Today, Rep. K. Michael Conaway (R-TX), Chairman of the House Agriculture Committee, issued the following statement after North Dakota District Court Judge Ralph Erickson issued a preliminary injunction to halt the Environmental Protection Agency (EPA) and Army Corps of Engineers “waters of the U.S.” (WOTUS) rule from being implemented in 13 states. It would affect Alaska, Arizona, Arkansas, Colorado, Idaho, Missouri, Montana, Nebraska, New Mexico, Nevada, North Dakota, South Dakota, and Wyoming.
Lucas, Chambliss Request USDA and EPA to Update Climate Change Analysis
Tamara Hinton (202) 225-0184
WASHINGTON – Today, U.S. Representative Frank Lucas (R-Okla.) and U.S. Senator Saxby Chambliss (R-Ga.) , Ranking Members of the House and Senate Agriculture Committees, respectively, sent a letter to U.S. Department of Agriculture (USDA) Secretary Tom Vilsack regarding his recent remarks on the Department's climate change legislation analysis.
Lucas and Chambliss said the statement made by Sec. Vilsack implies a lack of confidence in the modeling used by both USDA and the Environmental Protection Agency (EPA). Additionally, they ask that both the USDA and EPA report to the House and Senate Agriculture Committees on the problems with the economic model in order to reflect realistic scenarios while examining the impact of cap and trade on the agriculture and forestry sectors.
Full text of the letter to Secretary Vilsack is below:
December 17, 2009
The Honorable Tom Vilsack
United States Department of Agriculture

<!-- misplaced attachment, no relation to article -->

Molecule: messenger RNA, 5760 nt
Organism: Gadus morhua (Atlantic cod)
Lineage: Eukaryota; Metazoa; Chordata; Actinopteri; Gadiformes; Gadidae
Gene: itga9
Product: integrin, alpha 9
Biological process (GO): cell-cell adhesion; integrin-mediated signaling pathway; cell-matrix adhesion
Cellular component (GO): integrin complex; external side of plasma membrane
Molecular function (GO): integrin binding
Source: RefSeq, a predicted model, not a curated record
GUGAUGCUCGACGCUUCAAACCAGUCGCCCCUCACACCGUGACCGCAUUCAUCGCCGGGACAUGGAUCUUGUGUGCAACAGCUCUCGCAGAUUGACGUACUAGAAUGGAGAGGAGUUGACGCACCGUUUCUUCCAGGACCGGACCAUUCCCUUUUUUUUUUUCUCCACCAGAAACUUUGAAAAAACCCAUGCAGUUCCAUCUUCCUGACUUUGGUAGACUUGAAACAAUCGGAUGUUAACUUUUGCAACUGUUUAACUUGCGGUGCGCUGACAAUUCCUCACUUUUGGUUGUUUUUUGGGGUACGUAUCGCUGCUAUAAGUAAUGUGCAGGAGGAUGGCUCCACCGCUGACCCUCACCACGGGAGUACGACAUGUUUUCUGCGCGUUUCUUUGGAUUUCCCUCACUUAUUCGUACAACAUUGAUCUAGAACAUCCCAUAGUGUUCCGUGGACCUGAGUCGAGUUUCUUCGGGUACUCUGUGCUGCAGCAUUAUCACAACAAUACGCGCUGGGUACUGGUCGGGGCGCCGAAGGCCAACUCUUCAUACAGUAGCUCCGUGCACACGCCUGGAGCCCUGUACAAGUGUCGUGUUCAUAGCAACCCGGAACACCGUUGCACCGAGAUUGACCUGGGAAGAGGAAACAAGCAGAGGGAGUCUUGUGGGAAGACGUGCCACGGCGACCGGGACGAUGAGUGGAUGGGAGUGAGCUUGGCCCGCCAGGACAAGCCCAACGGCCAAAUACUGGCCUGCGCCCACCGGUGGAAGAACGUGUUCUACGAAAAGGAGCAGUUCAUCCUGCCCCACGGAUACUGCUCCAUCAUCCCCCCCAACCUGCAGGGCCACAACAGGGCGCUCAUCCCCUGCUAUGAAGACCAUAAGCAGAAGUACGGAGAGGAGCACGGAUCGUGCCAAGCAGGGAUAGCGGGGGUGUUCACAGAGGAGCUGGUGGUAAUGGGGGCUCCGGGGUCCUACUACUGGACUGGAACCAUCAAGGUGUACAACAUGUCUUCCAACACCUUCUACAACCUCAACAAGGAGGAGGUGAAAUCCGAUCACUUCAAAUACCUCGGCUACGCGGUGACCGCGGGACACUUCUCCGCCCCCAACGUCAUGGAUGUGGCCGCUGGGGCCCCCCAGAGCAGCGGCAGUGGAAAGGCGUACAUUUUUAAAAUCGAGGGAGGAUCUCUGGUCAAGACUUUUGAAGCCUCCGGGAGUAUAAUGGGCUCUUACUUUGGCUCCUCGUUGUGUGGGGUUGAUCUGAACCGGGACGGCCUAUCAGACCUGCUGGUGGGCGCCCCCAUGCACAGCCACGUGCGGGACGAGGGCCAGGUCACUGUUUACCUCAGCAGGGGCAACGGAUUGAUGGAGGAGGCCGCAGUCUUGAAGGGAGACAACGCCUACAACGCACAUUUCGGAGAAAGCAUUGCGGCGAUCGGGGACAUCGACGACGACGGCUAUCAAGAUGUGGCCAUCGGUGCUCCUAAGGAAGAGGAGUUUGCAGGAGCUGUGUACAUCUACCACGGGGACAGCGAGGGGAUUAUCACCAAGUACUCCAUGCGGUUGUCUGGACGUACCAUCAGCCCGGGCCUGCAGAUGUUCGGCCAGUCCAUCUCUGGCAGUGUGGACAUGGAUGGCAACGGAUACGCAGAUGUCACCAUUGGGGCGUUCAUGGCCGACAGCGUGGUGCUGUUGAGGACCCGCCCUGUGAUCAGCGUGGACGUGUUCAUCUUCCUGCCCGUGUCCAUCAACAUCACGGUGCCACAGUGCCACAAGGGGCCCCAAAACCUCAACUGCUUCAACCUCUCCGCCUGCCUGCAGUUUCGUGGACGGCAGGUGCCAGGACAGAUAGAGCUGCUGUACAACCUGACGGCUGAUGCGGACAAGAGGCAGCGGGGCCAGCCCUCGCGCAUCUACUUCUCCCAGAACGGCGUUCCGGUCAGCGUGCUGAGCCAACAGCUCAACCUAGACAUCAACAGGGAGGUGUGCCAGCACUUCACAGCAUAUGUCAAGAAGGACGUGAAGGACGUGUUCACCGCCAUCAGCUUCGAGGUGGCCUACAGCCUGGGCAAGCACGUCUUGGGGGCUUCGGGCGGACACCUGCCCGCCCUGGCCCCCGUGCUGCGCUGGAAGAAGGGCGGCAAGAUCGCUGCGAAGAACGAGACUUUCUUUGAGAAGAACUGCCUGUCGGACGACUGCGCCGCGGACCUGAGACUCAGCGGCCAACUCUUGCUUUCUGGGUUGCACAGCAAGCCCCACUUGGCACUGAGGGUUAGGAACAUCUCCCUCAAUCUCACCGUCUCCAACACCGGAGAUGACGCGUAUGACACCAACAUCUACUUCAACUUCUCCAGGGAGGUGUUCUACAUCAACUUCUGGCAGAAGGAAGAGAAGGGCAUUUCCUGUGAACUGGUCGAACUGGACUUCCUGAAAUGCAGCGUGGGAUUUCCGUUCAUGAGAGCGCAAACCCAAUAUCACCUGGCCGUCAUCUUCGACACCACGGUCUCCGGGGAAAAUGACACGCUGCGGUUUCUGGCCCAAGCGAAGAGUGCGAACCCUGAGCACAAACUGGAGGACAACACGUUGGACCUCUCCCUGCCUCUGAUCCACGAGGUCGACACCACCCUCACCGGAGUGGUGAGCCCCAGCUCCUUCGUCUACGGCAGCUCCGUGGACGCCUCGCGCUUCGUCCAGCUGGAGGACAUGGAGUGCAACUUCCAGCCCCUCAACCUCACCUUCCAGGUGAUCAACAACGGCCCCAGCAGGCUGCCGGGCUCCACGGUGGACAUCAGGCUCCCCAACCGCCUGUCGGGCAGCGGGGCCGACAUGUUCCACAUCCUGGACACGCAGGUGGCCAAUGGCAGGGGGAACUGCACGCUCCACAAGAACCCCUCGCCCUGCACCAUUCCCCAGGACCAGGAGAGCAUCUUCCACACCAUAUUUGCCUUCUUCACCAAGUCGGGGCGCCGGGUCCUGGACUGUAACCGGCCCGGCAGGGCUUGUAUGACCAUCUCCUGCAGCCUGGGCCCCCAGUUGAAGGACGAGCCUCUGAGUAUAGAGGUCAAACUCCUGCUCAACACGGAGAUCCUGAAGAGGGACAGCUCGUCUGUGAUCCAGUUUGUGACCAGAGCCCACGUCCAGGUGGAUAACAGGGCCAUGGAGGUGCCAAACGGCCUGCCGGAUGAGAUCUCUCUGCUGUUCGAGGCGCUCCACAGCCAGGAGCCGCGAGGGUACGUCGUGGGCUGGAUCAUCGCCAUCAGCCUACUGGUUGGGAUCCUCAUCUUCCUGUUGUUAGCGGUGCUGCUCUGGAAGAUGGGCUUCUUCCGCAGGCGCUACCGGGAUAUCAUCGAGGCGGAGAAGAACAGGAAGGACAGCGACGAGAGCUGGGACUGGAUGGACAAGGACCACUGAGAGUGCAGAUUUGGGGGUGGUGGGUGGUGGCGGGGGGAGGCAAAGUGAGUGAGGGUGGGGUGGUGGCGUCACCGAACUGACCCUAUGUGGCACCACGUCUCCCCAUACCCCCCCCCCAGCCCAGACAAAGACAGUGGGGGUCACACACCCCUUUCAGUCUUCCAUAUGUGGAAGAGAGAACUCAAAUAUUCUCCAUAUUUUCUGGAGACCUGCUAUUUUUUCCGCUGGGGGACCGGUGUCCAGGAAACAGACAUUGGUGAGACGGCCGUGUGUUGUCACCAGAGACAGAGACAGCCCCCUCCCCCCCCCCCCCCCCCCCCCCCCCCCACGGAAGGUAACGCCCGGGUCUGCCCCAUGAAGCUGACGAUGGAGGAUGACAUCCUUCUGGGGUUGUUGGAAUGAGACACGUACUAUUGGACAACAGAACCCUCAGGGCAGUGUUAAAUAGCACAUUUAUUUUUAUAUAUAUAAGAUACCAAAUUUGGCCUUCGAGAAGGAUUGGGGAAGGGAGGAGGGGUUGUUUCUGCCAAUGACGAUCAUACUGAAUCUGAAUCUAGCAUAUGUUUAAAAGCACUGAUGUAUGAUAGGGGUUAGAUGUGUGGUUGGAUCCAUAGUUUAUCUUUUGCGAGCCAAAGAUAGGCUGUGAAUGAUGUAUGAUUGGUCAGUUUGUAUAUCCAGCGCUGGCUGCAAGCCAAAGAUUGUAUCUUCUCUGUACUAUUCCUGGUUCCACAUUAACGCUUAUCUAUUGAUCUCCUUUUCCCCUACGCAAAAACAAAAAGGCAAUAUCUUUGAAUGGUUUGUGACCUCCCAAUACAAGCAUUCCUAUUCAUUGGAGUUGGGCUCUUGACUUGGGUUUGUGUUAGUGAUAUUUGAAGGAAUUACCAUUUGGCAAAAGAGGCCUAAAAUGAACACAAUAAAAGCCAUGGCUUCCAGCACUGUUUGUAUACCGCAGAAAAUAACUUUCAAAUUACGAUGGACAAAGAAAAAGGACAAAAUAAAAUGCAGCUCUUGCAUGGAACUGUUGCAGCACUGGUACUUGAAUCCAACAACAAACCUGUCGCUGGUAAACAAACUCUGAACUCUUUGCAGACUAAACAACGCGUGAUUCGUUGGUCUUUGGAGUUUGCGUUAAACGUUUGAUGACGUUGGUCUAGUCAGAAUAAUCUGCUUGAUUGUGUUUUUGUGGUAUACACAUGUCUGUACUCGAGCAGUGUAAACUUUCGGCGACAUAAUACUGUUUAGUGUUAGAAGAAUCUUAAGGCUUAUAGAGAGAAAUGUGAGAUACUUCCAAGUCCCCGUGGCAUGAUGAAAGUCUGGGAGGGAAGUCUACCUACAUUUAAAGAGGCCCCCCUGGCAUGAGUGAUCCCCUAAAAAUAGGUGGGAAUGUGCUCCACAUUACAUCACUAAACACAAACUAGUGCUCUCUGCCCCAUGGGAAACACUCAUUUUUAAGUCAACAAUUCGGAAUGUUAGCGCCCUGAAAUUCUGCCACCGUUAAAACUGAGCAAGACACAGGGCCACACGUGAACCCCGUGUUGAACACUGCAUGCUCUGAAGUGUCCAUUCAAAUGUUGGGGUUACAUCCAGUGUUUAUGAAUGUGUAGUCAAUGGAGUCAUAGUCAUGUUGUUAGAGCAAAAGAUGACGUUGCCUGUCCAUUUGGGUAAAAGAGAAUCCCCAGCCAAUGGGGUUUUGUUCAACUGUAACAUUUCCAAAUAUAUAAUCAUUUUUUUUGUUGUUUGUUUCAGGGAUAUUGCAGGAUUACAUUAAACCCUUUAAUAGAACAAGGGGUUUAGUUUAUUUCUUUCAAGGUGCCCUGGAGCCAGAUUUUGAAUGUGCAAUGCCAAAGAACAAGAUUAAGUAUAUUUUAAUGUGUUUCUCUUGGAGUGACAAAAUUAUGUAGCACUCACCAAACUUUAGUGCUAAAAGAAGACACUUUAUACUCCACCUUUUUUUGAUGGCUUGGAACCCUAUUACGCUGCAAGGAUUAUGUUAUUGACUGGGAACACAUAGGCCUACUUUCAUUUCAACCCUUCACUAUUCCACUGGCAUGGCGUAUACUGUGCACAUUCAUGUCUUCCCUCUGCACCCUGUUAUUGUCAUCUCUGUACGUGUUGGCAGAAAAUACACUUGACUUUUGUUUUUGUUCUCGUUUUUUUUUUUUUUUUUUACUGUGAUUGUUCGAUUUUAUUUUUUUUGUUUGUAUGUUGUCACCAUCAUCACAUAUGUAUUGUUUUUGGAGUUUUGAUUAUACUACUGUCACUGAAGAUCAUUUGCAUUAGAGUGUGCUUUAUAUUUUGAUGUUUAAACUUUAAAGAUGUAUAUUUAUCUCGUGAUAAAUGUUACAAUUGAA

14th and Independence Avenue, SW
Washington, DC 20250
Dear Secretary Vilsack:
It is with significant interest and concern that we read your comments this week regarding the climate change legislation analysis produced by the Department of Agriculture's Office of the Chief Economist. Statements that imply a lack of confidence in both the modeling used and work product developed by USDA and the Environmental Protection Agency (EPA) raise doubts regarding the Administration's position on cap and trade legislation and, more importantly, the impacts on the agricultural and forestry sectors.
The Department's testimony delivered earlier this month to the House Agriculture Committee is clear and unequivocal; agriculture will undergo significant structural impacts that will change how food, feed, fiber and fuel are produced in the United States. The disappearance of 59 million acres of cropland, higher food prices and lower exports will undoubtedly shape how farmers and ranchers make a living in the years ahead. While we can disagree on policy, we cannot ignore the facts when they are inconvenient to our preferred narrative.
In light of your critique of USDA's analysis, we respectfully request your office consult with the EPA and report to the House and Senate Agriculture Committees on the problems with the economic model in order to reflect realistic scenarios while examining the impact of cap and trade on the agriculture and forestry sectors. Moving forward with flawed studies will only result in bad policy and legislation.
Thank you for your attention to this matter and we look forward to working with you on this and other important issues to farmers and ranchers in the future.
U.S. Representative Frank Lucas (R-Okla.)
U.S. Senator Saxby Chambliss (R-Ga.)